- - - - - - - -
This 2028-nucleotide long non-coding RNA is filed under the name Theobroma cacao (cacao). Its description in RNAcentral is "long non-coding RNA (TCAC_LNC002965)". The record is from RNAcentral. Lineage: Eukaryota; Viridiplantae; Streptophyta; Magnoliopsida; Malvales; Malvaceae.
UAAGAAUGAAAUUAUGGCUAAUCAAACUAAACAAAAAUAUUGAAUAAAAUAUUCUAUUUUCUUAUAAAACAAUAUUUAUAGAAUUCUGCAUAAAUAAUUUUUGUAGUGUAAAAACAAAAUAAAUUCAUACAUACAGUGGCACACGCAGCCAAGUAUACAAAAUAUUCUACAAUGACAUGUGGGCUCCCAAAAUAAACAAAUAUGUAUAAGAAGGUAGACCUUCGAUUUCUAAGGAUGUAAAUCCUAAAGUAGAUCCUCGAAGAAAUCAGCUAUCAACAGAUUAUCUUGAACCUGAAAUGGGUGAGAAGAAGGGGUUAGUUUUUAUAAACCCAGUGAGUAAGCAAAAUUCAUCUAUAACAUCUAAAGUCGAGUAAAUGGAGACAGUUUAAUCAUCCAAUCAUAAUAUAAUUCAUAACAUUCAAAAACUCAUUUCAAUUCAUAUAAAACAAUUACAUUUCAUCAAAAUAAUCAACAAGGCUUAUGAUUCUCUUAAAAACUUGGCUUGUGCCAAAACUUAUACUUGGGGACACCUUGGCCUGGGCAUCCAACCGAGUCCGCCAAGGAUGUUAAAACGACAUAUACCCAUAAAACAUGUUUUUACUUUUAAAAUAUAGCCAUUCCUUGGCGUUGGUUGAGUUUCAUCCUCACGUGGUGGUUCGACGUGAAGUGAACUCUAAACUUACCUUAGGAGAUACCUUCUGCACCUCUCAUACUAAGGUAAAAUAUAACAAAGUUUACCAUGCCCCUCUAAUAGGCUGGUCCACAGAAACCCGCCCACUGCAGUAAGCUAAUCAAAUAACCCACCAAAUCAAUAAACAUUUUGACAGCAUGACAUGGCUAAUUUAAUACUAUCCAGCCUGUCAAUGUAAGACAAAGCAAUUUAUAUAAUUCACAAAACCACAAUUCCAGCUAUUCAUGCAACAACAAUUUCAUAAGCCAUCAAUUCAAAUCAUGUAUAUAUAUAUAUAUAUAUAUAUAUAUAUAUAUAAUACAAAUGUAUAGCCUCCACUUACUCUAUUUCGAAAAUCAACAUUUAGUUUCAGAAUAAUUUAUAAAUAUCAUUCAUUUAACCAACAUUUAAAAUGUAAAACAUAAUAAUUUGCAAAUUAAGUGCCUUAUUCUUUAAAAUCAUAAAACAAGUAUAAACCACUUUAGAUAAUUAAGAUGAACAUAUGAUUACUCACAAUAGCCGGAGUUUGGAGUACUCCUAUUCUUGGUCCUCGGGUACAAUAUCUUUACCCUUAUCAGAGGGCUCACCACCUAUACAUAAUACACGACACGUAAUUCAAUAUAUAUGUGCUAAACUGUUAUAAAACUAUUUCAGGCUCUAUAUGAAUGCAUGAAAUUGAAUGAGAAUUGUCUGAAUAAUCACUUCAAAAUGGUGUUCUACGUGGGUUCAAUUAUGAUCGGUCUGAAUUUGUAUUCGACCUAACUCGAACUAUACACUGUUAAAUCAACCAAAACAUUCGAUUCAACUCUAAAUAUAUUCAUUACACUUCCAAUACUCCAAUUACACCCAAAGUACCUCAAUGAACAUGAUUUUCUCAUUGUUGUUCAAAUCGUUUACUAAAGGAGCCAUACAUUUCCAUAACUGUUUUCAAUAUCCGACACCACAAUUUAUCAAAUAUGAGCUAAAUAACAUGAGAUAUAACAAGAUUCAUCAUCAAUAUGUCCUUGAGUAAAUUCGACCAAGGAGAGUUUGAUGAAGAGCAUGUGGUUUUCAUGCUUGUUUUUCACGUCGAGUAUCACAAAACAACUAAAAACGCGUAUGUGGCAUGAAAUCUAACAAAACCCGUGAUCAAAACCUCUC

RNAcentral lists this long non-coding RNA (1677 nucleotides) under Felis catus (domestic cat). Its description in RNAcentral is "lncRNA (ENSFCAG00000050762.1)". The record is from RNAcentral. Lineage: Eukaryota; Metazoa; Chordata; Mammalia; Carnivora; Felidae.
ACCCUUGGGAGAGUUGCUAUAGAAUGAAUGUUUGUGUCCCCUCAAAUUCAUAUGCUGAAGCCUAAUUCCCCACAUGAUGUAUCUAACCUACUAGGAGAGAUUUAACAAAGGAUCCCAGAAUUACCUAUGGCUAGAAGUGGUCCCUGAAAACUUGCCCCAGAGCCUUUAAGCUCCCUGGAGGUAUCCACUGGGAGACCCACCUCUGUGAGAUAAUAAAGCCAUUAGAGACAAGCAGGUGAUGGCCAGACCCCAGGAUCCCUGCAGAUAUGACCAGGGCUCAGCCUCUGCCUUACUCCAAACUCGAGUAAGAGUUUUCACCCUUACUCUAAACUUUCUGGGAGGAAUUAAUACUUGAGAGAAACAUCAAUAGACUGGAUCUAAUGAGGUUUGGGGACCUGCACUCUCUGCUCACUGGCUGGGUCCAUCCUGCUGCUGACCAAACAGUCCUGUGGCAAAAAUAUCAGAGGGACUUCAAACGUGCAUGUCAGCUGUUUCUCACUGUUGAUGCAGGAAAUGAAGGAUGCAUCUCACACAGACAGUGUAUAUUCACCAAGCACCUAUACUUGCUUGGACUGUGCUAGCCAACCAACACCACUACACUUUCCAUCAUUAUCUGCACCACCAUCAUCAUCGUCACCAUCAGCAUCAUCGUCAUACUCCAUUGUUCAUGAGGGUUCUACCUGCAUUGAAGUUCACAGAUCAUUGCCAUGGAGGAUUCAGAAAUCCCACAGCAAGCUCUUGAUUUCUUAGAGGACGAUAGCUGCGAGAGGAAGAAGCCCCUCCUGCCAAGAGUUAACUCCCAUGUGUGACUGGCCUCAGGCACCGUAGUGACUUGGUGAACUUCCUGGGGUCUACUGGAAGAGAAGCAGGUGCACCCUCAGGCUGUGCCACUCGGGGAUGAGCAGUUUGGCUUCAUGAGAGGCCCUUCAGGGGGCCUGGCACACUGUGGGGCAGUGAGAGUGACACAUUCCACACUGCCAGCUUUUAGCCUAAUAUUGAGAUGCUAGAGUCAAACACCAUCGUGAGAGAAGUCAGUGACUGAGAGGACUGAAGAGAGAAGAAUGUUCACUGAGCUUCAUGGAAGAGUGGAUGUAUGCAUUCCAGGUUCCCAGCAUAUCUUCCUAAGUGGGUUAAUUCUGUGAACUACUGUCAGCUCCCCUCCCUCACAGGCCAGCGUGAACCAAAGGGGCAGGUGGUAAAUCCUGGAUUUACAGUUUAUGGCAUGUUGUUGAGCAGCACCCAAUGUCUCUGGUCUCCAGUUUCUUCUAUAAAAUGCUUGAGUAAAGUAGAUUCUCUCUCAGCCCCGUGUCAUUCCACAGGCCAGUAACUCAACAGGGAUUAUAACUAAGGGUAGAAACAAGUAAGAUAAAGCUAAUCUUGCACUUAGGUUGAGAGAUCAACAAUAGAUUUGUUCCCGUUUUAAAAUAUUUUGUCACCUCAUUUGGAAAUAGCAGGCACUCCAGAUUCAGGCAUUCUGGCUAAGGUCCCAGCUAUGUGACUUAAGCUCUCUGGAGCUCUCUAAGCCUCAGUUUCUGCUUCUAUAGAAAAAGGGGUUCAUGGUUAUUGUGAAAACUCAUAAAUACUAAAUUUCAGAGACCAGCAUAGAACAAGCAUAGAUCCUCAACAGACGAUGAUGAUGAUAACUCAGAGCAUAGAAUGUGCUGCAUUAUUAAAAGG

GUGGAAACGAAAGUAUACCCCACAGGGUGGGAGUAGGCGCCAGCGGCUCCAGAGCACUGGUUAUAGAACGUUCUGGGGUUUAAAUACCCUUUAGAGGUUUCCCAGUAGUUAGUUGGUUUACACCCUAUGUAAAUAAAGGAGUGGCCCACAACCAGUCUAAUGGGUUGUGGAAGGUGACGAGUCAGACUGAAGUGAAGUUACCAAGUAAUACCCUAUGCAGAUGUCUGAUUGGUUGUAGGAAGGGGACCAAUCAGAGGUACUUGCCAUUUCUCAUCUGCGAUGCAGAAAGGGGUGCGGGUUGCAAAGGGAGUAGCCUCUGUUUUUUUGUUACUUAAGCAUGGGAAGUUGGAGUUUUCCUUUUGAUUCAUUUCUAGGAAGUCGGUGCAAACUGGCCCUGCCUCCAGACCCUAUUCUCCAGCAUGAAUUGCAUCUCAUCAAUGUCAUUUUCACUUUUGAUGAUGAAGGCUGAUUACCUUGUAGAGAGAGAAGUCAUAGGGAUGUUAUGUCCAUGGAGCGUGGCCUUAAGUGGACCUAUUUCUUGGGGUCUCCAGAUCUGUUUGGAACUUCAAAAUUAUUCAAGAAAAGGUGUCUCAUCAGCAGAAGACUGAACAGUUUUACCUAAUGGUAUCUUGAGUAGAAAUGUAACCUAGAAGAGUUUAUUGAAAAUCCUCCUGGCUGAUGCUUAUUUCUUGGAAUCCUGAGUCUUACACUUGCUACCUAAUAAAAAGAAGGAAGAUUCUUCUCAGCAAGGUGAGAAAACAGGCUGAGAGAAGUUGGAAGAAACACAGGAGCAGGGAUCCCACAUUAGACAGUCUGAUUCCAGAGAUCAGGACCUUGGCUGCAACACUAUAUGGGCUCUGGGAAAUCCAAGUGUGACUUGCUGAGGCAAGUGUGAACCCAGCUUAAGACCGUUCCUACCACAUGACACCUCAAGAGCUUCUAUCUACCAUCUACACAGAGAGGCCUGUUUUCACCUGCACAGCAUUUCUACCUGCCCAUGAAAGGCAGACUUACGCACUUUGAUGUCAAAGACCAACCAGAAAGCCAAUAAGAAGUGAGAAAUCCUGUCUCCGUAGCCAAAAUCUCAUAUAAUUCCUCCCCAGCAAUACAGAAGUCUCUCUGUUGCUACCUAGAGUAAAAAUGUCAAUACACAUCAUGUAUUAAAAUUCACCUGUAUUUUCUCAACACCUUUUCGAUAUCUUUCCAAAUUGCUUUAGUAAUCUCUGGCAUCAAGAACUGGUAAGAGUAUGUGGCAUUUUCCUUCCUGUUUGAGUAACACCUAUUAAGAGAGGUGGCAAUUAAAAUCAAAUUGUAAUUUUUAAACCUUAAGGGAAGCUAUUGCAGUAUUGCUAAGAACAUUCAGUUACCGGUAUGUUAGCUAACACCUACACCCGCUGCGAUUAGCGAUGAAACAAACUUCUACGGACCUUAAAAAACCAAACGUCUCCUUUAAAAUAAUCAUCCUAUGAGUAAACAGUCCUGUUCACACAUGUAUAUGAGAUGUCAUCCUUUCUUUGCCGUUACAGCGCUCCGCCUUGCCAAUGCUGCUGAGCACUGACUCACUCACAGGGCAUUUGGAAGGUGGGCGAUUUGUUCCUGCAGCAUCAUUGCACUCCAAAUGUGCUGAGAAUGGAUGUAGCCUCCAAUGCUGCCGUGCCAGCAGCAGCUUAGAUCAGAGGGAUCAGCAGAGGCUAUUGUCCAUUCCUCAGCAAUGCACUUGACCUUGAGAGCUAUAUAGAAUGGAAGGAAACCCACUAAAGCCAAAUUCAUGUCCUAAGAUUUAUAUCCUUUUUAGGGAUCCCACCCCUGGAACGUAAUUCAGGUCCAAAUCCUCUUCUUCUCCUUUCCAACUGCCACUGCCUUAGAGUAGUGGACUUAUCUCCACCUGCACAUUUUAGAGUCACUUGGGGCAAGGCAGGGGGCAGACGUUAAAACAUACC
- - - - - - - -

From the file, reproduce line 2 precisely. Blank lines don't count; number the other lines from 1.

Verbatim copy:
UAAGAAUGAAAUUAUGGCUAAUCAAACUAAACAAAAAUAUUGAAUAAAAUAUUCUAUUUUCUUAUAAAACAAUAUUUAUAGAAUUCUGCAUAAAUAAUUUUUGUAGUGUAAAAACAAAAUAAAUUCAUACAUACAGUGGCACACGCAGCCAAGUAUACAAAAUAUUCUACAAUGACAUGUGGGCUCCCAAAAUAAACAAAUAUGUAUAAGAAGGUAGACCUUCGAUUUCUAAGGAUGUAAAUCCUAAAGUAGAUCCUCGAAGAAAUCAGCUAUCAACAGAUUAUCUUGAACCUGAAAUGGGUGAGAAGAAGGGGUUAGUUUUUAUAAACCCAGUGAGUAAGCAAAAUUCAUCUAUAACAUCUAAAGUCGAGUAAAUGGAGACAGUUUAAUCAUCCAAUCAUAAUAUAAUUCAUAACAUUCAAAAACUCAUUUCAAUUCAUAUAAAACAAUUACAUUUCAUCAAAAUAAUCAACAAGGCUUAUGAUUCUCUUAAAAACUUGGCUUGUGCCAAAACUUAUACUUGGGGACACCUUGGCCUGGGCAUCCAACCGAGUCCGCCAAGGAUGUUAAAACGACAUAUACCCAUAAAACAUGUUUUUACUUUUAAAAUAUAGCCAUUCCUUGGCGUUGGUUGAGUUUCAUCCUCACGUGGUGGUUCGACGUGAAGUGAACUCUAAACUUACCUUAGGAGAUACCUUCUGCACCUCUCAUACUAAGGUAAAAUAUAACAAAGUUUACCAUGCCCCUCUAAUAGGCUGGUCCACAGAAACCCGCCCACUGCAGUAAGCUAAUCAAAUAACCCACCAAAUCAAUAAACAUUUUGACAGCAUGACAUGGCUAAUUUAAUACUAUCCAGCCUGUCAAUGUAAGACAAAGCAAUUUAUAUAAUUCACAAAACCACAAUUCCAGCUAUUCAUGCAACAACAAUUUCAUAAGCCAUCAAUUCAAAUCAUGUAUAUAUAUAUAUAUAUAUAUAUAUAUAUAUAUAAUACAAAUGUAUAGCCUCCACUUACUCUAUUUCGAAAAUCAACAUUUAGUUUCAGAAUAAUUUAUAAAUAUCAUUCAUUUAACCAACAUUUAAAAUGUAAAACAUAAUAAUUUGCAAAUUAAGUGCCUUAUUCUUUAAAAUCAUAAAACAAGUAUAAACCACUUUAGAUAAUUAAGAUGAACAUAUGAUUACUCACAAUAGCCGGAGUUUGGAGUACUCCUAUUCUUGGUCCUCGGGUACAAUAUCUUUACCCUUAUCAGAGGGCUCACCACCUAUACAUAAUACACGACACGUAAUUCAAUAUAUAUGUGCUAAACUGUUAUAAAACUAUUUCAGGCUCUAUAUGAAUGCAUGAAAUUGAAUGAGAAUUGUCUGAAUAAUCACUUCAAAAUGGUGUUCUACGUGGGUUCAAUUAUGAUCGGUCUGAAUUUGUAUUCGACCUAACUCGAACUAUACACUGUUAAAUCAACCAAAACAUUCGAUUCAACUCUAAAUAUAUUCAUUACACUUCCAAUACUCCAAUUACACCCAAAGUACCUCAAUGAACAUGAUUUUCUCAUUGUUGUUCAAAUCGUUUACUAAAGGAGCCAUACAUUUCCAUAACUGUUUUCAAUAUCCGACACCACAAUUUAUCAAAUAUGAGCUAAAUAACAUGAGAUAUAACAAGAUUCAUCAUCAAUAUGUCCUUGAGUAAAUUCGACCAAGGAGAGUUUGAUGAAGAGCAUGUGGUUUUCAUGCUUGUUUUUCACGUCGAGUAUCACAAAACAACUAAAAACGCGUAUGUGGCAUGAAAUCUAACAAAACCCGUGAUCAAAACCUCUC